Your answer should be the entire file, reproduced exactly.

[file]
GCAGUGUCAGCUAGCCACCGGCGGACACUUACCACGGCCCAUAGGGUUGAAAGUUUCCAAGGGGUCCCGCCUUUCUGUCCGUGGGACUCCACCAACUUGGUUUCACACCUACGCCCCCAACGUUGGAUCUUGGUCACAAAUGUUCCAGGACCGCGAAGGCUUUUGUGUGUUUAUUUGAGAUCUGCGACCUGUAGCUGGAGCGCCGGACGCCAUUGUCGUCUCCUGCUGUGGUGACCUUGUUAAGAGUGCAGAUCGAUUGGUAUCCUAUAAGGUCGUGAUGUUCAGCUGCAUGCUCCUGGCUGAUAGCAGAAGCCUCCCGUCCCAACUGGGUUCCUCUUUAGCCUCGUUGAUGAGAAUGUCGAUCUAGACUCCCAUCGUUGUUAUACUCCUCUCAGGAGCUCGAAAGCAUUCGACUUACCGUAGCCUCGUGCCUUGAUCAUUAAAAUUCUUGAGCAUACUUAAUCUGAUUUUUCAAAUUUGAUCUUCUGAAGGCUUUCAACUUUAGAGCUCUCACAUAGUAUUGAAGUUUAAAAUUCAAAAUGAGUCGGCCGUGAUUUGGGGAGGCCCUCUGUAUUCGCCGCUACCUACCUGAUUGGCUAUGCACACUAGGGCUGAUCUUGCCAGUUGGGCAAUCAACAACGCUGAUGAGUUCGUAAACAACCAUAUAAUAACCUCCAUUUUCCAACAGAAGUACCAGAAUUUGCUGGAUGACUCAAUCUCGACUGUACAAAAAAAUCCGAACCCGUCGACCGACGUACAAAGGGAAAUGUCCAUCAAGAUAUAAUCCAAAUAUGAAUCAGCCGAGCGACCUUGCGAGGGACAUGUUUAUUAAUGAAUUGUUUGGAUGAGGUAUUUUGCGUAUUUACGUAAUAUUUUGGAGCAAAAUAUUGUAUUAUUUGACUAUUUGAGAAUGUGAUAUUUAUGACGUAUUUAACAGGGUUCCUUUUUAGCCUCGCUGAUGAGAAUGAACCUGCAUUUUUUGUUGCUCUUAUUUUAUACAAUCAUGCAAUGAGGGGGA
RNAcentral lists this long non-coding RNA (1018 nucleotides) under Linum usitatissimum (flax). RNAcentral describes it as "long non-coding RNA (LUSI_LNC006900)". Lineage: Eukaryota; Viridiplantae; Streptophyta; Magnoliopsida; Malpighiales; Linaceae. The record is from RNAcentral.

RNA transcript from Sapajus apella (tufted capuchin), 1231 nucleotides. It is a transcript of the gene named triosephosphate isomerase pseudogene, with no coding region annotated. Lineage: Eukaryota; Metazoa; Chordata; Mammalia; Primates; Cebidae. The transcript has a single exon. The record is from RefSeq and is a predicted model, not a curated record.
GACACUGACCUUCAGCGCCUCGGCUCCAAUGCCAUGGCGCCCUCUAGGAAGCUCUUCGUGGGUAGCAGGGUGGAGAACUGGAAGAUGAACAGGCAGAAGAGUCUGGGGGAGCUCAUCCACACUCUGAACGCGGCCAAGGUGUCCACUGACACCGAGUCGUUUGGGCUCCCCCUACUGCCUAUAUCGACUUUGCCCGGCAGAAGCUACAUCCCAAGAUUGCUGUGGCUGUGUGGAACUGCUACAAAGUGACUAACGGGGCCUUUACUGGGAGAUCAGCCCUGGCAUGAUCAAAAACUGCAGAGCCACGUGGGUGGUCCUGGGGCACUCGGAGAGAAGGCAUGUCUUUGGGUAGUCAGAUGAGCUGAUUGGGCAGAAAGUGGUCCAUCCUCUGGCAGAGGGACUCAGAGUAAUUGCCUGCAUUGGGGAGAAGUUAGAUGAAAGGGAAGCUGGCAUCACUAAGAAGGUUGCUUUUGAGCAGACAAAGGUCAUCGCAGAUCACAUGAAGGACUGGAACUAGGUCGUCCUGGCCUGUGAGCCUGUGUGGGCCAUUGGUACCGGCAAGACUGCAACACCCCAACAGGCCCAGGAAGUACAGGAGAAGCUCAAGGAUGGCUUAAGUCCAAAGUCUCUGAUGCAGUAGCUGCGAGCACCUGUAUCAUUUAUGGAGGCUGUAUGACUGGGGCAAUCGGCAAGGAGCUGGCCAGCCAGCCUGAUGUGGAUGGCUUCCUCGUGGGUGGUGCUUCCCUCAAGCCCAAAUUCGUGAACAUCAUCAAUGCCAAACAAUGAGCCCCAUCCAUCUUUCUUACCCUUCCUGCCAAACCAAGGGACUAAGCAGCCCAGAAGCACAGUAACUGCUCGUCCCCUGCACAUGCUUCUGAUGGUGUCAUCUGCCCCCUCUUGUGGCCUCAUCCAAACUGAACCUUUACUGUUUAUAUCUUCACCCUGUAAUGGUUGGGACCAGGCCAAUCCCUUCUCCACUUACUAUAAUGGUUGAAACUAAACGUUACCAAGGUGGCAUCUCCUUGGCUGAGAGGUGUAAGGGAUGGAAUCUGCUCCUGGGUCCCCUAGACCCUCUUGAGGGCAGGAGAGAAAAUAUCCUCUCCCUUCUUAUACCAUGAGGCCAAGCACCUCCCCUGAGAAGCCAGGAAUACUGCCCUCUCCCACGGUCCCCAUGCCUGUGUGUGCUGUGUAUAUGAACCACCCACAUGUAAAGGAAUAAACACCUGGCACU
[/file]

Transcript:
GCAGUGUCAGCUAGCCACCGGCGGACACUUACCACGGCCCAUAGGGUUGAAAGUUUCCAAGGGGUCCCGCCUUUCUGUCCGUGGGACUCCACCAACUUGGUUUCACACCUACGCCCCCAACGUUGGAUCUUGGUCACAAAUGUUCCAGGACCGCGAAGGCUUUUGUGUGUUUAUUUGAGAUCUGCGACCUGUAGCUGGAGCGCCGGACGCCAUUGUCGUCUCCUGCUGUGGUGACCUUGUUAAGAGUGCAGAUCGAUUGGUAUCCUAUAAGGUCGUGAUGUUCAGCUGCAUGCUCCUGGCUGAUAGCAGAAGCCUCCCGUCCCAACUGGGUUCCUCUUUAGCCUCGUUGAUGAGAAUGUCGAUCUAGACUCCCAUCGUUGUUAUACUCCUCUCAGGAGCUCGAAAGCAUUCGACUUACCGUAGCCUCGUGCCUUGAUCAUUAAAAUUCUUGAGCAUACUUAAUCUGAUUUUUCAAAUUUGAUCUUCUGAAGGCUUUCAACUUUAGAGCUCUCACAUAGUAUUGAAGUUUAAAAUUCAAAAUGAGUCGGCCGUGAUUUGGGGAGGCCCUCUGUAUUCGCCGCUACCUACCUGAUUGGCUAUGCACACUAGGGCUGAUCUUGCCAGUUGGGCAAUCAACAACGCUGAUGAGUUCGUAAACAACCAUAUAAUAACCUCCAUUUUCCAACAGAAGUACCAGAAUUUGCUGGAUGACUCAAUCUCGACUGUACAAAAAAAUCCGAACCCGUCGACCGACGUACAAAGGGAAAUGUCCAUCAAGAUAUAAUCCAAAUAUGAAUCAGCCGAGCGACCUUGCGAGGGACAUGUUUAUUAAUGAAUUGUUUGGAUGAGGUAUUUUGCGUAUUUACGUAAUAUUUUGGAGCAAAAUAUUGUAUUAUUUGACUAUUUGAGAAUGUGAUAUUUAUGACGUAUUUAACAGGGUUCCUUUUUAGCCUCGCUGAUGAGAAUGAACCUGCAUUUUUUGUUGCUCUUAUUUUAUACAAUCAUGCAAUGAGGGGGA
RNAcentral lists this long non-coding RNA (1018 nucleotides) under Linum usitatissimum (flax). RNAcentral describes it as "long non-coding RNA (LUSI_LNC006900)". Lineage: Eukaryota; Viridiplantae; Streptophyta; Magnoliopsida; Malpighiales; Linaceae. The record is from RNAcentral.

RNA transcript from Sapajus apella (tufted capuchin), 1231 nucleotides. It is a transcript of the gene named triosephosphate isomerase pseudogene, with no coding region annotated. Lineage: Eukaryota; Metazoa; Chordata; Mammalia; Primates; Cebidae. The transcript has a single exon. The record is from RefSeq and is a predicted model, not a curated record.
GACACUGACCUUCAGCGCCUCGGCUCCAAUGCCAUGGCGCCCUCUAGGAAGCUCUUCGUGGGUAGCAGGGUGGAGAACUGGAAGAUGAACAGGCAGAAGAGUCUGGGGGAGCUCAUCCACACUCUGAACGCGGCCAAGGUGUCCACUGACACCGAGUCGUUUGGGCUCCCCCUACUGCCUAUAUCGACUUUGCCCGGCAGAAGCUACAUCCCAAGAUUGCUGUGGCUGUGUGGAACUGCUACAAAGUGACUAACGGGGCCUUUACUGGGAGAUCAGCCCUGGCAUGAUCAAAAACUGCAGAGCCACGUGGGUGGUCCUGGGGCACUCGGAGAGAAGGCAUGUCUUUGGGUAGUCAGAUGAGCUGAUUGGGCAGAAAGUGGUCCAUCCUCUGGCAGAGGGACUCAGAGUAAUUGCCUGCAUUGGGGAGAAGUUAGAUGAAAGGGAAGCUGGCAUCACUAAGAAGGUUGCUUUUGAGCAGACAAAGGUCAUCGCAGAUCACAUGAAGGACUGGAACUAGGUCGUCCUGGCCUGUGAGCCUGUGUGGGCCAUUGGUACCGGCAAGACUGCAACACCCCAACAGGCCCAGGAAGUACAGGAGAAGCUCAAGGAUGGCUUAAGUCCAAAGUCUCUGAUGCAGUAGCUGCGAGCACCUGUAUCAUUUAUGGAGGCUGUAUGACUGGGGCAAUCGGCAAGGAGCUGGCCAGCCAGCCUGAUGUGGAUGGCUUCCUCGUGGGUGGUGCUUCCCUCAAGCCCAAAUUCGUGAACAUCAUCAAUGCCAAACAAUGAGCCCCAUCCAUCUUUCUUACCCUUCCUGCCAAACCAAGGGACUAAGCAGCCCAGAAGCACAGUAACUGCUCGUCCCCUGCACAUGCUUCUGAUGGUGUCAUCUGCCCCCUCUUGUGGCCUCAUCCAAACUGAACCUUUACUGUUUAUAUCUUCACCCUGUAAUGGUUGGGACCAGGCCAAUCCCUUCUCCACUUACUAUAAUGGUUGAAACUAAACGUUACCAAGGUGGCAUCUCCUUGGCUGAGAGGUGUAAGGGAUGGAAUCUGCUCCUGGGUCCCCUAGACCCUCUUGAGGGCAGGAGAGAAAAUAUCCUCUCCCUUCUUAUACCAUGAGGCCAAGCACCUCCCCUGAGAAGCCAGGAAUACUGCCCUCUCCCACGGUCCCCAUGCCUGUGUGUGCUGUGUAUAUGAACCACCCACAUGUAAAGGAAUAAACACCUGGCACU